Monitoring in large field trials to assist in regulatory decisions
Surge of emission from TIF tarp-cutting is a concern and the problem can be resolved by extending tarp-covering and/or using reduced rates. In two large field trials conducted with UC Davis, Calif. Dept. of Pesticide Regulation, Sullivan Environmental, and TriCal, emission and soil fumigant data were collected to provide growers, policy makers and regulatory agencies with critical information for assisting in the adoption of low permeable tarp technology in soil fumigation with alternatives to methyl bromide. In the 2009 Oxnard field trial (Qin et al., 2011), emission flux of 1,3-D and chloropicrin from the TIF field (2% for 1,3-D and <1% from chloropicrin of totally applied ) was substantially lower than the PE tarped field (43% for 1,3-D and 12% for chloropicrin) during the 6-d film covering period.
However, upon film-cutting, greater retention of 1,3-D in the TIF field resulted in a much higher surge of emissions compared to the PE field, which resulted in similar total emission loss that included before and after tarp-cutting between the TIF and PE tarped fields. The data indicated clearly that a longer tarp-covering period is needed to reduce the surge of emissions upon tarp-cutting. To determine the safe TIF tarp-cutting time, another large field trial was conducted in Lost Hills in 2011. In addition to ambient monitoring for 3 fields with different tarp-cutting time, emissions directly from the field ground and fumigant concentration changes under tarp and in soil profile across an 8-acre field were monitored through the 16-d tarp covering period. Surge of emissions were significantly reduced from the extending tarp covering. Soil data confirmed the role of TIF tarp in retaining fumigants and improving concentration and distribution in soil. These trials demonstrated the ability of TIF to significantly reduce fumigant peak and total emissions and determined safe tarp-cutting time for TIF.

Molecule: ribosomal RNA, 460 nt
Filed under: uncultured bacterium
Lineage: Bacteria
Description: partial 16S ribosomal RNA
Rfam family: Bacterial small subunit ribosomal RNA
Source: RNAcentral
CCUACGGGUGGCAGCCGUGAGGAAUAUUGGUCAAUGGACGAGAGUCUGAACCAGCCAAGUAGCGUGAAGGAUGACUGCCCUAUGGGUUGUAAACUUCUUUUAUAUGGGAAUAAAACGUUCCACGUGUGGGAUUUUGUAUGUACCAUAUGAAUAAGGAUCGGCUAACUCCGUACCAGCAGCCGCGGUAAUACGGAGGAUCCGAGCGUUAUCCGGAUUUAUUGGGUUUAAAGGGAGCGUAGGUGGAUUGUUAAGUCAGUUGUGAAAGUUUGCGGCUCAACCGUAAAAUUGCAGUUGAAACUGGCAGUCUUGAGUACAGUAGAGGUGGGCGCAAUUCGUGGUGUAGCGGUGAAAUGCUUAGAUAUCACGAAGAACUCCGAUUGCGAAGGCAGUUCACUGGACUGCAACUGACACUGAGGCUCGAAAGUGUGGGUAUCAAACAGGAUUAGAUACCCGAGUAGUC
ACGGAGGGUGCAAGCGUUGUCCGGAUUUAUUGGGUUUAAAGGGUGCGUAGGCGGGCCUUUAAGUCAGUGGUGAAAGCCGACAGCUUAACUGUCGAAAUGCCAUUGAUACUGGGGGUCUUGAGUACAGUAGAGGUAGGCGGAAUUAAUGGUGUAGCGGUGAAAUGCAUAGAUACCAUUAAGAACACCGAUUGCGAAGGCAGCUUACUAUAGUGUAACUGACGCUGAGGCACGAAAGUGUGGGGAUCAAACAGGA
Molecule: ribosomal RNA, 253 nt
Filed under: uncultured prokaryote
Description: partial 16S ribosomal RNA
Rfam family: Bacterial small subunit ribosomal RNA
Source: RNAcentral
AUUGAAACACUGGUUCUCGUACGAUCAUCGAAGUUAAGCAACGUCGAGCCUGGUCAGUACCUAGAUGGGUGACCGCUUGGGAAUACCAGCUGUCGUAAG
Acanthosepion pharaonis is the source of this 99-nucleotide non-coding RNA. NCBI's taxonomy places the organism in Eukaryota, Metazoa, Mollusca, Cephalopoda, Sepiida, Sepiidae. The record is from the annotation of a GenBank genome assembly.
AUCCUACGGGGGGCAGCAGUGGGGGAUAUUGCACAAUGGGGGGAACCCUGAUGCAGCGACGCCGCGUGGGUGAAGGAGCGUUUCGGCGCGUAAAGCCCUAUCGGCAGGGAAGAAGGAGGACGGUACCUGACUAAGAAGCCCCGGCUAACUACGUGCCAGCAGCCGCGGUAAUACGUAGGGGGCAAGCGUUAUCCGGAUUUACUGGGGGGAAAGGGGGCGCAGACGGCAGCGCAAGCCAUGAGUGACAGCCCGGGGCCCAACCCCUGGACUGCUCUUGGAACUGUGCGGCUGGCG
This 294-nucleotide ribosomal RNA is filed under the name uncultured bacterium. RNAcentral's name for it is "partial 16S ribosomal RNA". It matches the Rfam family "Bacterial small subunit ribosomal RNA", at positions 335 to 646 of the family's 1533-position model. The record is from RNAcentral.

Relevant Publications and Links: